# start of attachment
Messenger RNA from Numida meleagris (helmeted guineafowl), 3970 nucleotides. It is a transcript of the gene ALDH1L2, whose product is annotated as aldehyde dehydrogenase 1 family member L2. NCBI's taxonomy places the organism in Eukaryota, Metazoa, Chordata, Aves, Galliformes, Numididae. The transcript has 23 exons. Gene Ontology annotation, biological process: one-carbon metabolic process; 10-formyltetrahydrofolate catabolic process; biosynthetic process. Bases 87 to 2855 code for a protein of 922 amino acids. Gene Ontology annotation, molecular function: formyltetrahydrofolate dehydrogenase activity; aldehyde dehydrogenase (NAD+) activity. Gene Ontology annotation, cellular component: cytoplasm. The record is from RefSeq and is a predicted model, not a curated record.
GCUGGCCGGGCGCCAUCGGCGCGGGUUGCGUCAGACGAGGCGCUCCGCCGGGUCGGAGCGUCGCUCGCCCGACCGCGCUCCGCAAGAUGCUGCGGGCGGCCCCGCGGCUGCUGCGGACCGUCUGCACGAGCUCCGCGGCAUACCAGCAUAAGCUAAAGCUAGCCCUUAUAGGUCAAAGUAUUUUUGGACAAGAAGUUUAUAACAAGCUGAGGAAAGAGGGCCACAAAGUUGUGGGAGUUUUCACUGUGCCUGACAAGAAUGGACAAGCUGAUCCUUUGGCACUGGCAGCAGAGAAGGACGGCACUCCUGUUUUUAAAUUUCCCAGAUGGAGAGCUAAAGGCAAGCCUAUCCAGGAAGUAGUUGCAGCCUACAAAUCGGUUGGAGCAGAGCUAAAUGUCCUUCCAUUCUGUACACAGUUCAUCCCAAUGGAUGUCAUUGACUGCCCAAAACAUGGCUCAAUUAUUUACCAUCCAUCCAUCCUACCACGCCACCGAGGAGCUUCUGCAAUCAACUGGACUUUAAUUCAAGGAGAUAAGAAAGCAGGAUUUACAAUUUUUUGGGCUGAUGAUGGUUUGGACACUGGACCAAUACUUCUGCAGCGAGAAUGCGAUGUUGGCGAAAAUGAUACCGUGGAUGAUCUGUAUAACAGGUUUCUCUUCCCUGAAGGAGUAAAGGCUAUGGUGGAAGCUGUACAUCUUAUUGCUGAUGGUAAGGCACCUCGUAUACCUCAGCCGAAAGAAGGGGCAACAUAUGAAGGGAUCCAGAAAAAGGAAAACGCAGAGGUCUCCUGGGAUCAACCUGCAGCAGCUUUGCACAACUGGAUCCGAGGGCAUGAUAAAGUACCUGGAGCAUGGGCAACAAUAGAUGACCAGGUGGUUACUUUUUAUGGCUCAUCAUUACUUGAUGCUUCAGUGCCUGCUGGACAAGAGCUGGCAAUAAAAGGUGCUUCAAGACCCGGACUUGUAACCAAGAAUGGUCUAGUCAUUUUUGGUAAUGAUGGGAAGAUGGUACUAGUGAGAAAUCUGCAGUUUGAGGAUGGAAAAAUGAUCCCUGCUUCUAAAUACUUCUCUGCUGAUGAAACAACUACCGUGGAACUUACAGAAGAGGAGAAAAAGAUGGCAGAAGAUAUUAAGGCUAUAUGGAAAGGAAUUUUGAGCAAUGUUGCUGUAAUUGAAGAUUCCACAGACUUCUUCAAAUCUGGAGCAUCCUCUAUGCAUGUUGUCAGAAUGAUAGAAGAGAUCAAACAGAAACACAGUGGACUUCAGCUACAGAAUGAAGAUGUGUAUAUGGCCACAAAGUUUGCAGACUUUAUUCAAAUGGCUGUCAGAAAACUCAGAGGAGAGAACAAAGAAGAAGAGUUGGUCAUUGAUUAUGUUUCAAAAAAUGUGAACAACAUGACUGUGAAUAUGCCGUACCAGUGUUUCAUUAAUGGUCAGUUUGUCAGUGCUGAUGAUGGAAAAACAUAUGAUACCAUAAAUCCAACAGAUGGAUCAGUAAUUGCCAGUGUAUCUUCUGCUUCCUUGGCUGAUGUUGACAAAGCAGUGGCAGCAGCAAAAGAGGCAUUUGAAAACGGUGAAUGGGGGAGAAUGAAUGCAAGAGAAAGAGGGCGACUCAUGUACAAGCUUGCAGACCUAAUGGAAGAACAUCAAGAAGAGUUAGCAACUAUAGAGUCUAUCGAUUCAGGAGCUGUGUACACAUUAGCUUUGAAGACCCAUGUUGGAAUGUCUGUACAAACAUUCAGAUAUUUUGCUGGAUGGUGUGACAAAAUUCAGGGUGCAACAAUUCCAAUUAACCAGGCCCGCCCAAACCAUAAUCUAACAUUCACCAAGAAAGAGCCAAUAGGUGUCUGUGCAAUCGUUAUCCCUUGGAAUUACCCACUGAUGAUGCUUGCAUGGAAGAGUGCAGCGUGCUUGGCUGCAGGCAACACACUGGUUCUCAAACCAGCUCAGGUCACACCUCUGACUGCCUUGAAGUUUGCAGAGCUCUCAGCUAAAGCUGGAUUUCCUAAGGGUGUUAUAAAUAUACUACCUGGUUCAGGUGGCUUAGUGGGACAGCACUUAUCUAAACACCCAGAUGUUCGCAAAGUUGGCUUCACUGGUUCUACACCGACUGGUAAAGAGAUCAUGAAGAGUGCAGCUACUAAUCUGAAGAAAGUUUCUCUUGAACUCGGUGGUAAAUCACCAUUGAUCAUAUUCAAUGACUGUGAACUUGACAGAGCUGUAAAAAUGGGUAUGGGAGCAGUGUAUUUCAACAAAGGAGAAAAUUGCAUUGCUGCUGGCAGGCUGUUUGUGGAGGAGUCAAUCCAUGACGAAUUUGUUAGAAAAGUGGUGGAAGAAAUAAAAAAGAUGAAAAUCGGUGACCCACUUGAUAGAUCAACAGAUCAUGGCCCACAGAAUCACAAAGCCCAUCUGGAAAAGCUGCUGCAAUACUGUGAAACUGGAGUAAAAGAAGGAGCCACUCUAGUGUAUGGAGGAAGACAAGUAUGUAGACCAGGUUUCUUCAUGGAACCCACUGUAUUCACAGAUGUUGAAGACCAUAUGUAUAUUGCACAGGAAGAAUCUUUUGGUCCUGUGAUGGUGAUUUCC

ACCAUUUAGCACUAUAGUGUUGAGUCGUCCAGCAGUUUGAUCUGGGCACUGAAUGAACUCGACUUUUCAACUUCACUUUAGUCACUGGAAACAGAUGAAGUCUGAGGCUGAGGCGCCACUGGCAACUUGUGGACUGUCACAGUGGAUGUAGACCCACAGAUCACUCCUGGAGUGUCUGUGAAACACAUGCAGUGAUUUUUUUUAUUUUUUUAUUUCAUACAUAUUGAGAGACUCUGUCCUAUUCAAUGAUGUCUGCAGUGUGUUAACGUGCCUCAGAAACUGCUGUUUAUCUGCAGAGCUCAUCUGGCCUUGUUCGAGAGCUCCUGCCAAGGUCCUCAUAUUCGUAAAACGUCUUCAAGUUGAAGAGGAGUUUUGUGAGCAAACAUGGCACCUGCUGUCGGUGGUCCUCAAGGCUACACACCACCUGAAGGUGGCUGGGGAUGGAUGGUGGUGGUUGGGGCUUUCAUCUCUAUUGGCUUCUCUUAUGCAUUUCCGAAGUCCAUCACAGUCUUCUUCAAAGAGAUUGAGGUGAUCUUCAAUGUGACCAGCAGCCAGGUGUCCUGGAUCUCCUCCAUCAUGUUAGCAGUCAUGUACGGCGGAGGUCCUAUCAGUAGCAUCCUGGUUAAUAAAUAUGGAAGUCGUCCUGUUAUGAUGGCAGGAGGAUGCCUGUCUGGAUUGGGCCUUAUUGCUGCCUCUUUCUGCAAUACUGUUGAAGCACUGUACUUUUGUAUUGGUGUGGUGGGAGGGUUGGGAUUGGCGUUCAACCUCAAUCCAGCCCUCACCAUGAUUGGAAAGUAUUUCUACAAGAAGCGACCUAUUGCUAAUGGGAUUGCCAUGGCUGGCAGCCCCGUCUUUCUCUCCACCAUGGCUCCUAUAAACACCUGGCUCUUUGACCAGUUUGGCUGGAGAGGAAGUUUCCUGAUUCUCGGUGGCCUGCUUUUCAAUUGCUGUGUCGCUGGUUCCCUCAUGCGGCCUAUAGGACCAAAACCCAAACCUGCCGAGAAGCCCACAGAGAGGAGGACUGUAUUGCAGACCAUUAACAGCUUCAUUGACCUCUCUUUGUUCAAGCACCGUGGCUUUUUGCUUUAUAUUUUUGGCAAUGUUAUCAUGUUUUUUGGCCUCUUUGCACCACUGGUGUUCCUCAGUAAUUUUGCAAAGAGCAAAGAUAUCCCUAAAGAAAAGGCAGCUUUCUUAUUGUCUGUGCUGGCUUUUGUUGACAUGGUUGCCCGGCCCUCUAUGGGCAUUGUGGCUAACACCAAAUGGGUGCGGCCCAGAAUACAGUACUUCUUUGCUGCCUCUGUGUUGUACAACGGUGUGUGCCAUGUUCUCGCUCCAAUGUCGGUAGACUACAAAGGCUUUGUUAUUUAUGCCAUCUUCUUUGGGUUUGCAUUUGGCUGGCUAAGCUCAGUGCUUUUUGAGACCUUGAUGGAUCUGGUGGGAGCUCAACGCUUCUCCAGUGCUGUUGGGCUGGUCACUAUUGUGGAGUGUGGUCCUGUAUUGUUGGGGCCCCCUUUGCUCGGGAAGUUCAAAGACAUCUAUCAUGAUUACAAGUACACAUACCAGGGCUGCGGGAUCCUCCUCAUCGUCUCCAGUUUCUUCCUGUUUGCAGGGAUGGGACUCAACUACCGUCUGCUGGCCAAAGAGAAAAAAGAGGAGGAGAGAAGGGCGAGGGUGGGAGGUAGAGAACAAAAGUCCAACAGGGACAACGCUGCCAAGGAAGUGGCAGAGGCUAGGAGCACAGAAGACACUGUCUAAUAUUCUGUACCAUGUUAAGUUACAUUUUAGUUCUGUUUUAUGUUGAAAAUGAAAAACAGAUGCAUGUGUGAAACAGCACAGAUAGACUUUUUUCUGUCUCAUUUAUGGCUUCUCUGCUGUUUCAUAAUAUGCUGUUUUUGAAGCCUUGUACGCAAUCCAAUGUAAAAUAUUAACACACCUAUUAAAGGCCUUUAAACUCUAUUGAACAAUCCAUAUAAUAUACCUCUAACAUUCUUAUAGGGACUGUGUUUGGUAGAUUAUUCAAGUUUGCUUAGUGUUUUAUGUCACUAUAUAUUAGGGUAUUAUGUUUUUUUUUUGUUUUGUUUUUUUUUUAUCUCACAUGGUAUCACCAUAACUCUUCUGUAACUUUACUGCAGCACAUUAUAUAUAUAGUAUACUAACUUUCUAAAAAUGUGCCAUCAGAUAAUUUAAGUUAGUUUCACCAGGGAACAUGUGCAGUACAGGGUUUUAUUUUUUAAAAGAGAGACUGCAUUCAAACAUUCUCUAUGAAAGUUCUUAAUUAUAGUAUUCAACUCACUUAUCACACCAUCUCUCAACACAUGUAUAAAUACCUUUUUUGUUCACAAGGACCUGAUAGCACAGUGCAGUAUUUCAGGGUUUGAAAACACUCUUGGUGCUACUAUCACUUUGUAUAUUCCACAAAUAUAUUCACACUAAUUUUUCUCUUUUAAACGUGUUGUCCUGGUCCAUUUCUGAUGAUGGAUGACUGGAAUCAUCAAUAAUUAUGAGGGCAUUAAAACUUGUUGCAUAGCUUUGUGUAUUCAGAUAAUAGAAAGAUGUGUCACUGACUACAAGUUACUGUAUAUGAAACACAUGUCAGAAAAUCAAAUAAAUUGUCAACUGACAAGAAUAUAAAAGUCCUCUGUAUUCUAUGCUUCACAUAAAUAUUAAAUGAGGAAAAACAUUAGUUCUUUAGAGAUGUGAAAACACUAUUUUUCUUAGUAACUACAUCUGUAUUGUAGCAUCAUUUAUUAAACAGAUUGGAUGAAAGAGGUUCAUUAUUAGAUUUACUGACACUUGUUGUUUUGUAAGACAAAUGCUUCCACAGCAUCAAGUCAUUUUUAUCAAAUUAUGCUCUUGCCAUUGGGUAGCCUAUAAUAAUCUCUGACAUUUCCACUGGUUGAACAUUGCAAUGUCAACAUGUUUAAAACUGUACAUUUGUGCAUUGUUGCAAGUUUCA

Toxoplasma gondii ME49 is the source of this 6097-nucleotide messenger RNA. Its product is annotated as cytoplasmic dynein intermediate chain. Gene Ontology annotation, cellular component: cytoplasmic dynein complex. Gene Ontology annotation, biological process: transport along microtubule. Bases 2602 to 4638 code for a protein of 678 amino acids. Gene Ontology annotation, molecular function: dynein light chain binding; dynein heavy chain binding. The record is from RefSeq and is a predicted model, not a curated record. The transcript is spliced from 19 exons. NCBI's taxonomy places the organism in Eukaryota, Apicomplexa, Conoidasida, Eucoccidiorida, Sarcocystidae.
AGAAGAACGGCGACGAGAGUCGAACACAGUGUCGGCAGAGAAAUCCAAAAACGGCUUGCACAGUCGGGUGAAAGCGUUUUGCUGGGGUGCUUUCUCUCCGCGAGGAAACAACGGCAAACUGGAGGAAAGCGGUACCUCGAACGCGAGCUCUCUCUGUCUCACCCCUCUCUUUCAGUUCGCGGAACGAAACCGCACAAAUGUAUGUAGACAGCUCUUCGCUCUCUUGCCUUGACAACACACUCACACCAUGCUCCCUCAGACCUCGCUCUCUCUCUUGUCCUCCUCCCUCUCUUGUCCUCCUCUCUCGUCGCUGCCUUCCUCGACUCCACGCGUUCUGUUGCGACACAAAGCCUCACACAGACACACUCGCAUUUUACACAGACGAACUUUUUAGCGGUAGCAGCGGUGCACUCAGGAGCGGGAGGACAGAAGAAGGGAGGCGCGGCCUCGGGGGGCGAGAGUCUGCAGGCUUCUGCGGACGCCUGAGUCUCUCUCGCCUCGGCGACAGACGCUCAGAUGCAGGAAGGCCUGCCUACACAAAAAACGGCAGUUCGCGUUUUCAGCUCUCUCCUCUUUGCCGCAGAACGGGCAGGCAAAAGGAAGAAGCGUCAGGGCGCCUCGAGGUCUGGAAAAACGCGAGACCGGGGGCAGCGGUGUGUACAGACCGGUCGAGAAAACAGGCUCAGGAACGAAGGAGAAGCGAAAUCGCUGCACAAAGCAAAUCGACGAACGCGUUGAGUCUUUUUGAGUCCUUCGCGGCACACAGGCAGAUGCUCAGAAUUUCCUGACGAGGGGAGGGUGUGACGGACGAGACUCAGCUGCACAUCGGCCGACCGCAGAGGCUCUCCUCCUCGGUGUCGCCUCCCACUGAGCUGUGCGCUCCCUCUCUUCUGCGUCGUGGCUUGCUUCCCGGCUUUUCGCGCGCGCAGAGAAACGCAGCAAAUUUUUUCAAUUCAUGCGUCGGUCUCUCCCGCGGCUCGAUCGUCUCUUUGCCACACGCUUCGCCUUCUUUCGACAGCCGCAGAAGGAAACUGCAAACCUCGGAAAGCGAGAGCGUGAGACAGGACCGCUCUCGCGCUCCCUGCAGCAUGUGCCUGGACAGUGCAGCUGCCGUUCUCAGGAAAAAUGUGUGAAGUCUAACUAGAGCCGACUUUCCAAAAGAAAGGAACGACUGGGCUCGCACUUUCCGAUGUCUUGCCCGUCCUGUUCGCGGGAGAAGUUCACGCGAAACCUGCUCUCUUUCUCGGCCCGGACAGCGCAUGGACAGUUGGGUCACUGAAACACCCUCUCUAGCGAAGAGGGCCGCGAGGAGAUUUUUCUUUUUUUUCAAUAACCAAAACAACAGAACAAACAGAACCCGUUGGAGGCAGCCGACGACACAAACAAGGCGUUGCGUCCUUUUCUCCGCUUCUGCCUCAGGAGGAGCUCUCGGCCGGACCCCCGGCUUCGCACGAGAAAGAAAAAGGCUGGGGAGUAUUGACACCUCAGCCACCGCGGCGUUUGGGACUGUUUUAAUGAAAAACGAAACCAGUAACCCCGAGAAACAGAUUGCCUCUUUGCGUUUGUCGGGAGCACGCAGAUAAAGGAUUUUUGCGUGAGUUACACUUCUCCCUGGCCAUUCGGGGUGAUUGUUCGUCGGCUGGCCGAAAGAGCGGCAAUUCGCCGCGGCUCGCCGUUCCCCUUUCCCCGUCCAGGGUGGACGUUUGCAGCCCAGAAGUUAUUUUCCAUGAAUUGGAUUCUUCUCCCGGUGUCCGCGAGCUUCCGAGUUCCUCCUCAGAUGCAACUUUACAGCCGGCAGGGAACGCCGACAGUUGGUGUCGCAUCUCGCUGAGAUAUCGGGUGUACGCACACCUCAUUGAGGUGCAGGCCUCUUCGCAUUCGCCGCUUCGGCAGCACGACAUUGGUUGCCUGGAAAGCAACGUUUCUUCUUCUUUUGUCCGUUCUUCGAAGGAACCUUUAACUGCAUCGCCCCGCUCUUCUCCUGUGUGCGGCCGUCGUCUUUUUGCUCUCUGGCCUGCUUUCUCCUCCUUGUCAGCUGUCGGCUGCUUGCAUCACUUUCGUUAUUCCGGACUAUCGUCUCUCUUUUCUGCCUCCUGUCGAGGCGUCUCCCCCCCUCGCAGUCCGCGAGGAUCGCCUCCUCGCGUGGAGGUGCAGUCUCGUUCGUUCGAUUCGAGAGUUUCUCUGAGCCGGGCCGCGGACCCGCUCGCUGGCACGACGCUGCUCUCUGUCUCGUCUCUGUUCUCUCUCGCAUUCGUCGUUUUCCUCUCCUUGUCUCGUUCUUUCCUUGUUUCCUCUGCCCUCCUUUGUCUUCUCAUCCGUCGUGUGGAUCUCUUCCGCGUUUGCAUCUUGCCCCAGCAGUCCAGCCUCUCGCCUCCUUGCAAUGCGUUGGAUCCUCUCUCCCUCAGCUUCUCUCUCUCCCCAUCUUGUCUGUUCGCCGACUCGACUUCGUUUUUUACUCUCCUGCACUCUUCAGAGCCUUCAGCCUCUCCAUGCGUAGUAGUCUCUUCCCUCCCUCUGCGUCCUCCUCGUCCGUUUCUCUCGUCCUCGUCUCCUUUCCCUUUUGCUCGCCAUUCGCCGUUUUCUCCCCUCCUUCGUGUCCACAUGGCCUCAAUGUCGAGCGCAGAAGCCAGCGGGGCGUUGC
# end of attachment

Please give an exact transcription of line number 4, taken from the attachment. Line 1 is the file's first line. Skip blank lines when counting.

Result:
Toxoplasma gondii ME49 is the source of this 6097-nucleotide messenger RNA. Its product is annotated as cytoplasmic dynein intermediate chain. Gene Ontology annotation, cellular component: cytoplasmic dynein complex. Gene Ontology annotation, biological process: transport along microtubule. Bases 2602 to 4638 code for a protein of 678 amino acids. Gene Ontology annotation, molecular function: dynein light chain binding; dynein heavy chain binding. The record is from RefSeq and is a predicted model, not a curated record. The transcript is spliced from 19 exons. NCBI's taxonomy places the organism in Eukaryota, Apicomplexa, Conoidasida, Eucoccidiorida, Sarcocystidae.